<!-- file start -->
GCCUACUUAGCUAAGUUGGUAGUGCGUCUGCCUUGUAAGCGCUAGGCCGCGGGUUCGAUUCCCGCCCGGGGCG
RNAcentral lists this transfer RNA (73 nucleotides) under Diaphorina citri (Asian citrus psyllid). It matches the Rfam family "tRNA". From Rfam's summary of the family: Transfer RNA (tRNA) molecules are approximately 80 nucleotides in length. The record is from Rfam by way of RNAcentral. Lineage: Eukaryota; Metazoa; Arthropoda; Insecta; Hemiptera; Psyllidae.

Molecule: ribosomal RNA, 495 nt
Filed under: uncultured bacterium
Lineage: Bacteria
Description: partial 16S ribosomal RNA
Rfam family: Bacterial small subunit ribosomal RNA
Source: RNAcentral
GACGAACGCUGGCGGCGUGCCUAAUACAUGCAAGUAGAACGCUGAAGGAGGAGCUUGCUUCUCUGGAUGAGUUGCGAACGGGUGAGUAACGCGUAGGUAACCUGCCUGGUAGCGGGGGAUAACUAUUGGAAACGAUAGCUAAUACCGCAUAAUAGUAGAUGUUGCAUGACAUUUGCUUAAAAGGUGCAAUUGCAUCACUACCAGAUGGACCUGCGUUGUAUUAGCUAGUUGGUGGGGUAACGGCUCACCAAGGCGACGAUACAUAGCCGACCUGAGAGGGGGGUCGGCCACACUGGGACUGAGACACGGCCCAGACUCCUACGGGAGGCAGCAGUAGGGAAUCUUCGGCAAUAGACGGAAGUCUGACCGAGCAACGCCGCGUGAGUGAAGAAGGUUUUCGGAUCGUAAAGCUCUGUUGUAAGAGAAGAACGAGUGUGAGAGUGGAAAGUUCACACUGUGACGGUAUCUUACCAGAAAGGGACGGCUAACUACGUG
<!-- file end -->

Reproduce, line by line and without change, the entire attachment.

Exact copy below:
GCCUACUUAGCUAAGUUGGUAGUGCGUCUGCCUUGUAAGCGCUAGGCCGCGGGUUCGAUUCCCGCCCGGGGCG
RNAcentral lists this transfer RNA (73 nucleotides) under Diaphorina citri (Asian citrus psyllid). It matches the Rfam family "tRNA". From Rfam's summary of the family: Transfer RNA (tRNA) molecules are approximately 80 nucleotides in length. The record is from Rfam by way of RNAcentral. Lineage: Eukaryota; Metazoa; Arthropoda; Insecta; Hemiptera; Psyllidae.

Molecule: ribosomal RNA, 495 nt
Filed under: uncultured bacterium
Lineage: Bacteria
Description: partial 16S ribosomal RNA
Rfam family: Bacterial small subunit ribosomal RNA
Source: RNAcentral
GACGAACGCUGGCGGCGUGCCUAAUACAUGCAAGUAGAACGCUGAAGGAGGAGCUUGCUUCUCUGGAUGAGUUGCGAACGGGUGAGUAACGCGUAGGUAACCUGCCUGGUAGCGGGGGAUAACUAUUGGAAACGAUAGCUAAUACCGCAUAAUAGUAGAUGUUGCAUGACAUUUGCUUAAAAGGUGCAAUUGCAUCACUACCAGAUGGACCUGCGUUGUAUUAGCUAGUUGGUGGGGUAACGGCUCACCAAGGCGACGAUACAUAGCCGACCUGAGAGGGGGGUCGGCCACACUGGGACUGAGACACGGCCCAGACUCCUACGGGAGGCAGCAGUAGGGAAUCUUCGGCAAUAGACGGAAGUCUGACCGAGCAACGCCGCGUGAGUGAAGAAGGUUUUCGGAUCGUAAAGCUCUGUUGUAAGAGAAGAACGAGUGUGAGAGUGGAAAGUUCACACUGUGACGGUAUCUUACCAGAAAGGGACGGCUAACUACGUG